North Korea on the verge of mass starvation

October 7, 2011HAEJU, North KoreaIn a pediatric hospital in North Korea’s most productive farming province, children lay two to a bed. All showed signs of severe malnutrition: skin infections, patchy hair, listless apathy. “Their mothers have to bring them here on bicycles,” said duty doctor Jang Kum Son in the Yellow Sea port city of Haeju. “We used to have an ambulance but it’s completely broken down. One mother traveled 72 kilometers (45 miles). By the time they get here, it’s often too late.” It’s also getting late for North Korea to get the massive amount of food aid it claims to need before the harsh winter sets in. The country’s dysfunctional food-distribution system, rising global commodities prices and sanctions imposed over Pyongyang’s nuclear and missile programs had contributed to what appears to be a hunger crisis in the North, even before devastating summer floods and typhoons compounded the emergency. The regime’s appeals for massive food aid have gone mostly unanswered by a skeptical international community. Only 30 percent of a United Nations food aid target for North Korea has been met so far. The United States and South Korea, the two biggest donors before sanctions, have said they won’t resume aid until they are satisfied the military-led communist regime won’t divert the aid for its own uses and progress is made on disarmament talks. South Korea also says the North is exaggerating the severity of its food crisis. Visiting scholars, tourists and charity workers have sent out conflicting views about it. The U.N.’s Food and Agricultural Organization (FAO), for instance, said last month after visiting the North that “the damage was not so significant.” Another U.N. body, the World Food Program, which has a regular presence in the North, warned in March of growing hunger. The sharp divergence of views is one reason why the U.N.’s emergency relief coordinator will visit this month to assess the situation. North Korea’s Economy and Trade Information Center, part of the foreign trade ministry, invited Alertnet to see the extent of the crisis on a rare reporting trip to its rice bowl in South Hwanghae province in the southwest. –MSNBC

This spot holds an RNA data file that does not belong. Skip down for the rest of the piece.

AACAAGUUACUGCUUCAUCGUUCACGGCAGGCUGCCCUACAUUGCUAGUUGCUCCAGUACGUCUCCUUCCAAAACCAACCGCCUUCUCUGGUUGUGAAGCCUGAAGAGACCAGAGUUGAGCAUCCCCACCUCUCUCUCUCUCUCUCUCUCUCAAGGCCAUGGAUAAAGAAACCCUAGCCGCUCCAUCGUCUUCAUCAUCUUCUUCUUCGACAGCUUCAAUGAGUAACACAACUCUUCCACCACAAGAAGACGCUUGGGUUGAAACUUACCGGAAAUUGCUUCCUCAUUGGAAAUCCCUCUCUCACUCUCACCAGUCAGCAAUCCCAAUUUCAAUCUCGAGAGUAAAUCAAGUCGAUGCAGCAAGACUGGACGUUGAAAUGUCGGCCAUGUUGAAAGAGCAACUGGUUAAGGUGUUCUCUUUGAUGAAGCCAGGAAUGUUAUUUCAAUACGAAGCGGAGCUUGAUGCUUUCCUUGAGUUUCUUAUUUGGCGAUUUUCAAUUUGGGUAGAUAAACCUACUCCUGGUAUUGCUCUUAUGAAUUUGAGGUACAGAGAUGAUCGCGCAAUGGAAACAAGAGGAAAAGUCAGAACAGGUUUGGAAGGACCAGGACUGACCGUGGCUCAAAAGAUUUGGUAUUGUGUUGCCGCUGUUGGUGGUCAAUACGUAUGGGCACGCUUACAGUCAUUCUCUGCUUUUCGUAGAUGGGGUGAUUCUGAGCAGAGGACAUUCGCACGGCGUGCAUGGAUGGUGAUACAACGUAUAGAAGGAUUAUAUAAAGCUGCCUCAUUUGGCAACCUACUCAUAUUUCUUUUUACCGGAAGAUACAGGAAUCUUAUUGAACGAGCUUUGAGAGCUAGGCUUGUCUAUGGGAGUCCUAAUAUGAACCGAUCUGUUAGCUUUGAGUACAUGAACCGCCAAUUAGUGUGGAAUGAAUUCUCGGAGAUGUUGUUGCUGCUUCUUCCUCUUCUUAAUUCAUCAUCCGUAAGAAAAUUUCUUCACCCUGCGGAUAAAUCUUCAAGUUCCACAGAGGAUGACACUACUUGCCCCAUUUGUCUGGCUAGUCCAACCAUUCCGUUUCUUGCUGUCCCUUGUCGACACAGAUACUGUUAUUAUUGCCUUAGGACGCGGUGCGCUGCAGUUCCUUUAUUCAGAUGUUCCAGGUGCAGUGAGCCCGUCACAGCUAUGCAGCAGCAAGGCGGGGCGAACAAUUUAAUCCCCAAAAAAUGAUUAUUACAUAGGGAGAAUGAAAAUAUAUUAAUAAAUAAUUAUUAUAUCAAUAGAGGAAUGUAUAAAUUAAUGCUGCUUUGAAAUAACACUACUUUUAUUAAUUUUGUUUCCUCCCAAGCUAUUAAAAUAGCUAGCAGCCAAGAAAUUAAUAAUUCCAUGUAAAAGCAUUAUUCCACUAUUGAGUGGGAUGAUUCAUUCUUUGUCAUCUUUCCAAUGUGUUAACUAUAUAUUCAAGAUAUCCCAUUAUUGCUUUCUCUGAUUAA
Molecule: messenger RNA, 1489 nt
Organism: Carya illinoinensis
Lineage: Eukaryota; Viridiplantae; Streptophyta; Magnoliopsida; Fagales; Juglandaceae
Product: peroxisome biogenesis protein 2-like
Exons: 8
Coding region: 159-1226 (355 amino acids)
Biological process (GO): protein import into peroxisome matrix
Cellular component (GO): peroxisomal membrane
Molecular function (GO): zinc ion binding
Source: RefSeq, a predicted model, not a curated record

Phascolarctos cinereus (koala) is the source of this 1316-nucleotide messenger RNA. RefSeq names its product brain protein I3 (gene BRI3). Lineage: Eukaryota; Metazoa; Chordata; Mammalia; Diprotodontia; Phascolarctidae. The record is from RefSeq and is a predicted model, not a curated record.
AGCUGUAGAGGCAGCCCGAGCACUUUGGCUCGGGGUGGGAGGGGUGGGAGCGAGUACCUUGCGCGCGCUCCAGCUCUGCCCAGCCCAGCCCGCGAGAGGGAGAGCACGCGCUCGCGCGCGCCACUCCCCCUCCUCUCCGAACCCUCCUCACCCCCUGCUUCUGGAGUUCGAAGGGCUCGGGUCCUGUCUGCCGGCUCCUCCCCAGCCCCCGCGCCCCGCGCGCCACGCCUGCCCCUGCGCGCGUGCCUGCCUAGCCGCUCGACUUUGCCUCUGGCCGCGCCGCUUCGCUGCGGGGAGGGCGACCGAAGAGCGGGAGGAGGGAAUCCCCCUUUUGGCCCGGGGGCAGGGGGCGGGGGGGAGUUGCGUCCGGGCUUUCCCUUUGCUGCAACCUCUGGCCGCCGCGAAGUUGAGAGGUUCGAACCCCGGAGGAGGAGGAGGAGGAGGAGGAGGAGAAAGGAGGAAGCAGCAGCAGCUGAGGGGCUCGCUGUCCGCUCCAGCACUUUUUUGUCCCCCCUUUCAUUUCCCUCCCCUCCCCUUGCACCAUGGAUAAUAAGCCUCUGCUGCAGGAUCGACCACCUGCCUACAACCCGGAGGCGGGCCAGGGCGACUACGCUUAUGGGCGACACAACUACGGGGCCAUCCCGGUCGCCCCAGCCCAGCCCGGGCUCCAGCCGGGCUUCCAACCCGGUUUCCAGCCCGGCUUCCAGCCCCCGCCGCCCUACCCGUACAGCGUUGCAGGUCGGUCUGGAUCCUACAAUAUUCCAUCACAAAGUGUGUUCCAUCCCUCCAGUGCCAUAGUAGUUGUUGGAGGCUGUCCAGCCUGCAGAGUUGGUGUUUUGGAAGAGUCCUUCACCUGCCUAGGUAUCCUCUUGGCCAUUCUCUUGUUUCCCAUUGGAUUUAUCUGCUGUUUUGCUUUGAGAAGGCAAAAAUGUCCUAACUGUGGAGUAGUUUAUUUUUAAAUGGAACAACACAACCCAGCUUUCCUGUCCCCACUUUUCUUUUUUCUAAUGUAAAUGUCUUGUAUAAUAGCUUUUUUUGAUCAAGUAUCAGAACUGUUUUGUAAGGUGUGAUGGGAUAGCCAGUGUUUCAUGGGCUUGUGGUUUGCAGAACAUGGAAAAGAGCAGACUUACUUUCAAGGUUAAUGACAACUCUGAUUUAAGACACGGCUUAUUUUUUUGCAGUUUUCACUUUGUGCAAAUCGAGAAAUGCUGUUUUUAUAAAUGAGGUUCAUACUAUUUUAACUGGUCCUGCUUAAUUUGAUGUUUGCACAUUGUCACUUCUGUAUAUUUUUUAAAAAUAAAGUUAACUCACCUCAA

This entry was posted in Earth Changes, Earth Watch, Environmental Threat, Famine Threat, Food chain unraveling. Bookmark the permalink.

8 Responses to North Korea on the verge of mass starvation

  1. I am afraid this is just the beginning….


  2. nickk0 says:

    I have read a report in the media, that there are soldiers defecting from N.Korea, telling stories of starvation and malnutrition….. in the military.
    If their “Great Leader” can’t keep their troops & the military fed, then things must be REALLY really bad over there. 😦

    – Nick


  3. Raven says:

    How many poor children will die while they sort out the political situation..? Some things just make me feel ashamed to be human 😦


    • Kathleen says:

      The shame is not on you or the human race as a whole…the shame lies in power hungry despots who only think of their own glory and their own power. We can send massive amounts of food to North Korea at the drop of a hat…but the problem is will any of that food get to those who really need it…the government there is corrupt…much like the UN and their food for oil program…that left many hungry and filled the bellies of the upper ruling class in Iraq. The heart is willing to be compassionate….the US has been one of the most compassionate countries when it comes to humanitarian aid…but tossing food to dictators will not stop the problem of starvation in Korea….except for a small percent…but that momma on a bicycle trying to get aid for her child is sadly on the bottom of the food chain over there.


  4. Megan says:

    To me, this is a bigger story than the death of Steve Jobs. Yes, he did great things with technology and I do feel bad for his loss for his wife and children, but what about people like these starving and no one seems to care? Heck, there’s been a big story in our local paper about a facebook page made and an outcry when a pet alligator was set loose and it was thought it would not survive the winter. Now it is going to be rescued and sent to FL because of the outcry.Since when did alligators become more important than humans? Not that I want to see it suffer either. But get a grip. These lives are much more precious than that.


  5. AlexxelA says:

    The UN and countries around the world should help North Korea! Sooner than later the North Korea will Have a revolution and the people will thank us for the food and support. The food should be air dropped across the country and then the government can’t stop it!


  6. scollins says:

    Why are we (U.S.A) not lending a hand? How can we watch this horrendous human crisis unfold in slow motion? What has happened to our own humanity and compassion toward others? I think our country has lost it’s moral compass.


  7. lindalee says:

    Kim Jong-Il died to today and I fear the country will be in chaos during this transition. Too bad it happened at the start of winter, the hardest time for these mostly subsistence level people.
    Praying for them.


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